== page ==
I Wouldn’t be Where I am Today (or Alive) if it Wasn’t for this one Thing I Did - OC87 Recovery Diaries

I Wouldn’t be Where I am Today (or Alive) if it Wasn’t for this one Thing I Did

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Listen to Executive Director Gabriel Nathan read this post aloud:

I wouldn’t be where I am today (or alive) if it wasn’t for this one thing I did.

Every morning, twenty-year-old me would wake up, alone in a North Miami apartment, with the stark realization of being alive. I’d exhale a despairing breath as my entire body would sink into the bed in defeat. This was my morning routine.

I was severely depressed back then. I’d go to bed at night begging God to mercifully take me in my sleep. But each morning’s awakening seemed to confirm that either God didn’t care, or He didn’t exist. I was doomed. It lasted a decade.

Not a good place to be.

But I learned from it. I learned a lot.

The biggest thing I did, the thing that saved my life, was this:

I got help.

Not from others who hadn’t been through what I was going through.

Not from others who didn’t understand what I was going through.

Not from others who didn’t know how to help.

And definitely not from myself.

I went around and around in circles trying to “fix” the problem on my own, but I was of the same mind and energy that created the problem, so I invariably made it worse.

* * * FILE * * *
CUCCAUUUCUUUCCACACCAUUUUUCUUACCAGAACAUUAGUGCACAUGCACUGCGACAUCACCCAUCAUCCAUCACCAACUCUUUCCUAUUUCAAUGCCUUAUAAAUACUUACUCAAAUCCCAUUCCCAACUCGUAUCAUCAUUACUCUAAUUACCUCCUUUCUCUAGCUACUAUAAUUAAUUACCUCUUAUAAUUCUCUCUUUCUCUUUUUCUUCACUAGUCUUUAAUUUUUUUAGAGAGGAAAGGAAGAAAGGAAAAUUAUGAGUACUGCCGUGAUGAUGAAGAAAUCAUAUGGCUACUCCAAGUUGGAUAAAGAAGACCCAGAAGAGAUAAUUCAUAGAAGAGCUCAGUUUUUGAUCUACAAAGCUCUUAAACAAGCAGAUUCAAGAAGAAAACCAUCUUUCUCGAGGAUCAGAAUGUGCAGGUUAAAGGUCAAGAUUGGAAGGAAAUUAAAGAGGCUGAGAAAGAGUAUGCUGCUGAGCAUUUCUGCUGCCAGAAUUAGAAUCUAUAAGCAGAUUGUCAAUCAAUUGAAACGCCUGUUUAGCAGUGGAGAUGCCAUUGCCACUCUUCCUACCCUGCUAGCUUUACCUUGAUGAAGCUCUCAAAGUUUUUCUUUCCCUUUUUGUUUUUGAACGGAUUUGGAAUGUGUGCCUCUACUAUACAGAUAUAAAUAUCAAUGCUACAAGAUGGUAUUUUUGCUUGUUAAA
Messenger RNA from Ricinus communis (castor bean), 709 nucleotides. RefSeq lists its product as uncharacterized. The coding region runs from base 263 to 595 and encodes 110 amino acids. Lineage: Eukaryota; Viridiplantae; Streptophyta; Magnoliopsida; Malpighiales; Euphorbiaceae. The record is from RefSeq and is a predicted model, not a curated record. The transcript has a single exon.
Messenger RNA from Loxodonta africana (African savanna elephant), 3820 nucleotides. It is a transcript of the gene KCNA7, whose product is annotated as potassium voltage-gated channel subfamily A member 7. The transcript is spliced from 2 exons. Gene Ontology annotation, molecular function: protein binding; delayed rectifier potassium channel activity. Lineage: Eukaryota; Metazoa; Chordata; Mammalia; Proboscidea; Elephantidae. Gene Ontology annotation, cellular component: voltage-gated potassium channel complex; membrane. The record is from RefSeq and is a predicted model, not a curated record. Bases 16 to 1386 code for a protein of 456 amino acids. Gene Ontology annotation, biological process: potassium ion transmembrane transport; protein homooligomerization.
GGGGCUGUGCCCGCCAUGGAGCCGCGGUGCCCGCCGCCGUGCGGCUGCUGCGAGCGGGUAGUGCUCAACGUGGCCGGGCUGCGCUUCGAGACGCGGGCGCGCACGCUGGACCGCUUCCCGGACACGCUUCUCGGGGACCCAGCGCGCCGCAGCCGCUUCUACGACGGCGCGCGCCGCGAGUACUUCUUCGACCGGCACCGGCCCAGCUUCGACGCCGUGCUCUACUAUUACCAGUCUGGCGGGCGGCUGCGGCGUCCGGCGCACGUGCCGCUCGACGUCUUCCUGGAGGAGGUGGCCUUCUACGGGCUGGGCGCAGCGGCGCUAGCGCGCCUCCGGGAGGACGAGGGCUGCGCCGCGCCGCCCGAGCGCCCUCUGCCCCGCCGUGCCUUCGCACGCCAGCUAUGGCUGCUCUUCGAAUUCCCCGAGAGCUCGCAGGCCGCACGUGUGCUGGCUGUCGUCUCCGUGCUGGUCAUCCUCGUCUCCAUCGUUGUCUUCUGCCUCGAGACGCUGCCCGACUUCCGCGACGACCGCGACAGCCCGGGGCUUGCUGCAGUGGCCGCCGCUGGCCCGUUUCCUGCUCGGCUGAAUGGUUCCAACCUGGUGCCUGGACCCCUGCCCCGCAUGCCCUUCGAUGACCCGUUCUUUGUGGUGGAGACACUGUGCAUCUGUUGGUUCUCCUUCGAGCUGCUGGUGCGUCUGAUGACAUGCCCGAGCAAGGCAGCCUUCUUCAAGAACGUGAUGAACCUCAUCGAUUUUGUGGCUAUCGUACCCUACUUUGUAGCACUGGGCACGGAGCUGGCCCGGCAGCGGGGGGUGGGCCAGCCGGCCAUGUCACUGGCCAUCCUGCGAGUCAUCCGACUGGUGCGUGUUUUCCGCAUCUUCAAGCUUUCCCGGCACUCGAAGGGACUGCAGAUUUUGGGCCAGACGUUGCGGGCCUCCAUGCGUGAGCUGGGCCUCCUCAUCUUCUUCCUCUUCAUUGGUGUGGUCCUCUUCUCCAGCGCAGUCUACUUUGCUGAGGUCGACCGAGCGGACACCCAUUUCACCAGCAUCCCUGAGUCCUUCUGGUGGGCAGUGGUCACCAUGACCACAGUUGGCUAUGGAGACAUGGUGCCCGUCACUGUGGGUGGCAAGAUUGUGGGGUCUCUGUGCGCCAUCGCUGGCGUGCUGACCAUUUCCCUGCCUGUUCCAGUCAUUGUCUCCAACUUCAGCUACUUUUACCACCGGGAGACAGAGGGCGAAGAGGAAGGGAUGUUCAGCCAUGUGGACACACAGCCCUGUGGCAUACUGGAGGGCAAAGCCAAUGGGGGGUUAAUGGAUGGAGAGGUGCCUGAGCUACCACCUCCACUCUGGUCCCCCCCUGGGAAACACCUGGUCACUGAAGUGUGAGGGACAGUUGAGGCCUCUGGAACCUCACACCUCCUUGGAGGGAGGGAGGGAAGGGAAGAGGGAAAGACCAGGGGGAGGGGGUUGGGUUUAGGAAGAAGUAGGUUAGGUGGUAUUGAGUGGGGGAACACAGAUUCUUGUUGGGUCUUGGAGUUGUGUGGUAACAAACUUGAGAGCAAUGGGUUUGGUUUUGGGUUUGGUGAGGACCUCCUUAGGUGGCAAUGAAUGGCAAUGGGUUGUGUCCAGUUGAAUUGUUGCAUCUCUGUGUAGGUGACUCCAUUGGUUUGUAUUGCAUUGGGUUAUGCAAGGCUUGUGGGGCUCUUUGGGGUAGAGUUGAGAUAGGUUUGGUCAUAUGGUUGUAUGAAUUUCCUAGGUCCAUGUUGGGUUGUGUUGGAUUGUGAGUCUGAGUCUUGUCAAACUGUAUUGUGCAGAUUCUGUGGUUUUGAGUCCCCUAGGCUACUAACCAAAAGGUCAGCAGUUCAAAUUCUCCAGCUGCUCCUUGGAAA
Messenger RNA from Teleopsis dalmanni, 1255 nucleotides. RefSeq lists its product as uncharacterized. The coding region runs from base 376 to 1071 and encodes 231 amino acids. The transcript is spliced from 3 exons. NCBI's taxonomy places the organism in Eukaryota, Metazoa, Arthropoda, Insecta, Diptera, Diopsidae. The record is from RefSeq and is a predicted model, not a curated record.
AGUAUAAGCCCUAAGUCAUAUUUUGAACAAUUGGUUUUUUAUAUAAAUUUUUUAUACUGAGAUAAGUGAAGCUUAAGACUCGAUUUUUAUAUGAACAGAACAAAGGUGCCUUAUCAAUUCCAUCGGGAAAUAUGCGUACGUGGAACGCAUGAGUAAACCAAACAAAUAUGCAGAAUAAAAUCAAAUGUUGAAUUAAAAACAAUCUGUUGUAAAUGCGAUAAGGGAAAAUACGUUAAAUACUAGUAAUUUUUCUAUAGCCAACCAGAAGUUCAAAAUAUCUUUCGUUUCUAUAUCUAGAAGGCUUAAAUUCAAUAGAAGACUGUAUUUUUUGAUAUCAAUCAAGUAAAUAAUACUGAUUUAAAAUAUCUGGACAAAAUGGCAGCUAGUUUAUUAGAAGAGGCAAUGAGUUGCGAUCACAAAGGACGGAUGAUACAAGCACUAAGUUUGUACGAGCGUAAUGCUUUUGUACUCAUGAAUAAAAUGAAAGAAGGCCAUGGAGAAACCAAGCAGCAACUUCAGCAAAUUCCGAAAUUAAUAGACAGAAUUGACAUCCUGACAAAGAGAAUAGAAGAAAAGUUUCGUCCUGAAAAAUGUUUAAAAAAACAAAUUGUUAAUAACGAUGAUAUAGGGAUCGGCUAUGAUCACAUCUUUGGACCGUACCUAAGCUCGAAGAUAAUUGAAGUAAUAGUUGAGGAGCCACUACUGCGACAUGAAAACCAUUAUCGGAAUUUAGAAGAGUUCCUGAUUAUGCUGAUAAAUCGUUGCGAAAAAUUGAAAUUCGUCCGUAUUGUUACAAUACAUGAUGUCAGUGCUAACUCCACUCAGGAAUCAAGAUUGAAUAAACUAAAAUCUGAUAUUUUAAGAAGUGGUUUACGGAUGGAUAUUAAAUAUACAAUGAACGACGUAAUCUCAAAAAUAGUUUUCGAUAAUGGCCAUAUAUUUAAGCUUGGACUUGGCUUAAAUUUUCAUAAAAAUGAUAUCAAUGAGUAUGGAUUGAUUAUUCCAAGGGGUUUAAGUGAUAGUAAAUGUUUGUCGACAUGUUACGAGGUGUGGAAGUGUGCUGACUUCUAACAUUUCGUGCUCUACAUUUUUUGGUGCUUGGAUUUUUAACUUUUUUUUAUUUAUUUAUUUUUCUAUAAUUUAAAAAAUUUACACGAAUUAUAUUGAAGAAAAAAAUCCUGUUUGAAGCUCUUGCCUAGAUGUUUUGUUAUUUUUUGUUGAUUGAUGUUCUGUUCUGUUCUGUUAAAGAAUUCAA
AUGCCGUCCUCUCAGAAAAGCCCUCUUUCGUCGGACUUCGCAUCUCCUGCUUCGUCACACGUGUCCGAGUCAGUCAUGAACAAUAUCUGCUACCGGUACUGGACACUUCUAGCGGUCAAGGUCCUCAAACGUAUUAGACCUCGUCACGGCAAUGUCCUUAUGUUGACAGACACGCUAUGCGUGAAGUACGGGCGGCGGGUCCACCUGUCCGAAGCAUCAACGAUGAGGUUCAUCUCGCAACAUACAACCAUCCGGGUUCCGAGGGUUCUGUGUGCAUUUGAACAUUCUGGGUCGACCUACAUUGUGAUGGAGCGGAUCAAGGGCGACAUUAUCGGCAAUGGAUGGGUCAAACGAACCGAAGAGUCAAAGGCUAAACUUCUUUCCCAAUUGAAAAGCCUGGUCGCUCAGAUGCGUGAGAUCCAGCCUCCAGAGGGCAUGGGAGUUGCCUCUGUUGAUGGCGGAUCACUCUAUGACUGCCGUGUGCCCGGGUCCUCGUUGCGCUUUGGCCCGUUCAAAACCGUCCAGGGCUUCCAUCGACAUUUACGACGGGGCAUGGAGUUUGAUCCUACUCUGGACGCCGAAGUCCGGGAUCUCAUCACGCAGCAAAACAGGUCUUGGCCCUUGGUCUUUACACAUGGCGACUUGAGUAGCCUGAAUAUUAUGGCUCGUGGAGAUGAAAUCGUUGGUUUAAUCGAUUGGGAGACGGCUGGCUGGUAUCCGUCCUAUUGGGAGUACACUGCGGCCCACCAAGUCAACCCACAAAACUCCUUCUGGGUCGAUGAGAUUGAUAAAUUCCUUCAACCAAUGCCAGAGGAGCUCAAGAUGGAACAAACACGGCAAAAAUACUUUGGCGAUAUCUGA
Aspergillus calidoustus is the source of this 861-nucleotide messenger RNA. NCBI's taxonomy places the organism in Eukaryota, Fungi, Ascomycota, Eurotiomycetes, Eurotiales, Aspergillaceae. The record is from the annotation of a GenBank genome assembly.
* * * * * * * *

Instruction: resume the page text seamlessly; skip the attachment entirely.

Seems odd to say, but some therapists made it worse.

And most well-meaning friends and family made it worse, too.

Meditation helped, but it was a slow crawl out of a dark pit.

It wasn’t until I finally found the right therapist, when I was in my late twenties, that things truly started to turn around in a big way.

On my first visit, she taught me about generational trauma and told me that I soaked up the energy of my mother in her womb, along with that of the environment outside us. I was born in Vietnam during the War, and the energy surrounding my beginnings was that of fear, suffering, violence, trauma, and grief.

The impact of war on my family, particularly my parents, has had a profound influence on my life. My dad was an American soldier in the Air Force. He enlisted in the war to serve his country and met my mom there. Despite the chaos and cruelty of war, along with the language barrier, they married and had three girls together. I was four years old when Vietnam fell and we moved to the United States, only to discover that there was a different war on American soil. In kindergarten, my teacher told me my dad was a “baby killer” and while I was too young to understand her words, I felt the heaviness of her hatred.

The rage over the U.S. involvement in the Vietnam War and the shame felt by many in America permeated my being and I soaked it in, not knowing how to separate my emotions from those of others, or at that young age, even understanding the difference or what was happening.

It wasn’t until I was an adult that I understood the meaning of being empathic and highly sensitive. I was a sponge for society’s emotions.